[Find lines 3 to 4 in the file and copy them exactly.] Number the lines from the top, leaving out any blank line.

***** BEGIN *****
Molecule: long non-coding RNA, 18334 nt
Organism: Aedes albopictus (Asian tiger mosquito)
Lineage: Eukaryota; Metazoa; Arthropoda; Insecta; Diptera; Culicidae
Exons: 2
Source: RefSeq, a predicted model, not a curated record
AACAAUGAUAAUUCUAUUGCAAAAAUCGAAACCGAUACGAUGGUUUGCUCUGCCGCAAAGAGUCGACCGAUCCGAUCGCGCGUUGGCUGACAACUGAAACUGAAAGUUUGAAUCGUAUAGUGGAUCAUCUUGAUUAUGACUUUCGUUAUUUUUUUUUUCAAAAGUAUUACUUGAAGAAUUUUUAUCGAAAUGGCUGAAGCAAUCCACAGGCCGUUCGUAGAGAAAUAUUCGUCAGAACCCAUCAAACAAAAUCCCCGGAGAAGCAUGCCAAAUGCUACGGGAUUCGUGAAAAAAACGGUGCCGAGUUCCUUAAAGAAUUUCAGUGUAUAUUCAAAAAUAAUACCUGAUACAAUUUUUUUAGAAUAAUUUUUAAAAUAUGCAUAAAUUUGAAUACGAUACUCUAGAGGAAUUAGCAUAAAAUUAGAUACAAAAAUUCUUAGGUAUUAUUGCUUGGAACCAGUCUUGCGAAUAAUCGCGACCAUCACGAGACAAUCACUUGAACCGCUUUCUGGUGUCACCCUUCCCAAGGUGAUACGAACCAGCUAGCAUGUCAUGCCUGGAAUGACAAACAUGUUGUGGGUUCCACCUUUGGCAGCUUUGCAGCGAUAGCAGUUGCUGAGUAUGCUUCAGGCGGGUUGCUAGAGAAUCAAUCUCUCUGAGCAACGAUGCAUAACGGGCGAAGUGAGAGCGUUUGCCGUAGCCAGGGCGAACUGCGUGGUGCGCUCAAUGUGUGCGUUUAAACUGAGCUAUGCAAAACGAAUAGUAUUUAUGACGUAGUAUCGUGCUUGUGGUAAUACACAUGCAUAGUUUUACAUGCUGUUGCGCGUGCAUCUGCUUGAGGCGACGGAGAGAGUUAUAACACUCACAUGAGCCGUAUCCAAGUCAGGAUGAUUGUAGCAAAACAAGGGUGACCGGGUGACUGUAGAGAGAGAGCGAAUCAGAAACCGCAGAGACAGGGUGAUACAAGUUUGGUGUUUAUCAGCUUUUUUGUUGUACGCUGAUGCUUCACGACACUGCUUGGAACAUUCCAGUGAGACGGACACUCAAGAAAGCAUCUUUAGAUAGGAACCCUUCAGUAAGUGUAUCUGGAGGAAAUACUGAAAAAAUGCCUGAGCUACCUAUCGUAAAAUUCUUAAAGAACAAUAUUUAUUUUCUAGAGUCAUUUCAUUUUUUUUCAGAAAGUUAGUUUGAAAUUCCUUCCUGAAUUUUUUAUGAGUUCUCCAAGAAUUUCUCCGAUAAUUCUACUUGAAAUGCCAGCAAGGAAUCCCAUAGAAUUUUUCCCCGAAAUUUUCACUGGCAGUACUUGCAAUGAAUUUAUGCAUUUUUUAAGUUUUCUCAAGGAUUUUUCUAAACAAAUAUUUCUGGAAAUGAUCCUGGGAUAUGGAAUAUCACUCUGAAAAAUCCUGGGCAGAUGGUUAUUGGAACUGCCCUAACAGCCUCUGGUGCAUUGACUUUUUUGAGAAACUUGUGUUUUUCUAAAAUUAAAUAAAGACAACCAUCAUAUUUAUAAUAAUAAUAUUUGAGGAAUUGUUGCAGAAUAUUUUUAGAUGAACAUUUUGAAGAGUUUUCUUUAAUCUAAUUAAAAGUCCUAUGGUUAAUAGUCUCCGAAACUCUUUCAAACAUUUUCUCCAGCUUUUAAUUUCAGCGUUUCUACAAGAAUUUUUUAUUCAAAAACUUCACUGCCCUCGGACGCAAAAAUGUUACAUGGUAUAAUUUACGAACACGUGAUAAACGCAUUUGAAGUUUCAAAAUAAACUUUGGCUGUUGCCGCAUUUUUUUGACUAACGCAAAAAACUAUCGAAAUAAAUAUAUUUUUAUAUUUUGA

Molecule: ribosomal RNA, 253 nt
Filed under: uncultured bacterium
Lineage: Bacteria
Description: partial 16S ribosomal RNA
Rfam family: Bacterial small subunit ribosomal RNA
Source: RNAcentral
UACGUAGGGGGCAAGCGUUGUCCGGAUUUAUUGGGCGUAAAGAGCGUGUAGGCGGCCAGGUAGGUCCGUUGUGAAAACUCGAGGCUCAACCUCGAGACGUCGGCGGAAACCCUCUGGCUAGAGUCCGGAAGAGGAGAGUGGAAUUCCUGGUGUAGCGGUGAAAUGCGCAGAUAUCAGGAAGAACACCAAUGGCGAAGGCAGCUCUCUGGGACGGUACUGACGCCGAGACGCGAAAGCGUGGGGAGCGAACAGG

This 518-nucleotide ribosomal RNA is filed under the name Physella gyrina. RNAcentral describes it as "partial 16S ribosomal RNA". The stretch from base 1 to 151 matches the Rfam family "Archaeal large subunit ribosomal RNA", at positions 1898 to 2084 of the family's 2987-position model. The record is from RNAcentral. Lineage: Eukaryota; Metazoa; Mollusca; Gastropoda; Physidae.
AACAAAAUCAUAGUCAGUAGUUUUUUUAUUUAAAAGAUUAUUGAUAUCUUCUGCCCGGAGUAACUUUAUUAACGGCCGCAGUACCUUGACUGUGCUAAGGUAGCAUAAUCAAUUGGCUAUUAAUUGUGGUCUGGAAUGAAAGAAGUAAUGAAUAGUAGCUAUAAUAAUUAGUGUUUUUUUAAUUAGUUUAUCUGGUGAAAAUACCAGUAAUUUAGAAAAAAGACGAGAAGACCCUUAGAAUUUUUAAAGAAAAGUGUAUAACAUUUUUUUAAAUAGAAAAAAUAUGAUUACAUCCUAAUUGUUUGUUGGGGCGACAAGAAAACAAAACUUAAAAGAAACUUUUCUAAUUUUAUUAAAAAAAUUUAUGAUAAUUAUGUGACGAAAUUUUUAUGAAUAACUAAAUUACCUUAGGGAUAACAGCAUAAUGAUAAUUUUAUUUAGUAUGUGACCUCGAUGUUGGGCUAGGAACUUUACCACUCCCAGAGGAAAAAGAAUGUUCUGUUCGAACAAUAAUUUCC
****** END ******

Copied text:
Lineage: Eukaryota; Metazoa; Arthropoda; Insecta; Diptera; Culicidae
Exons: 2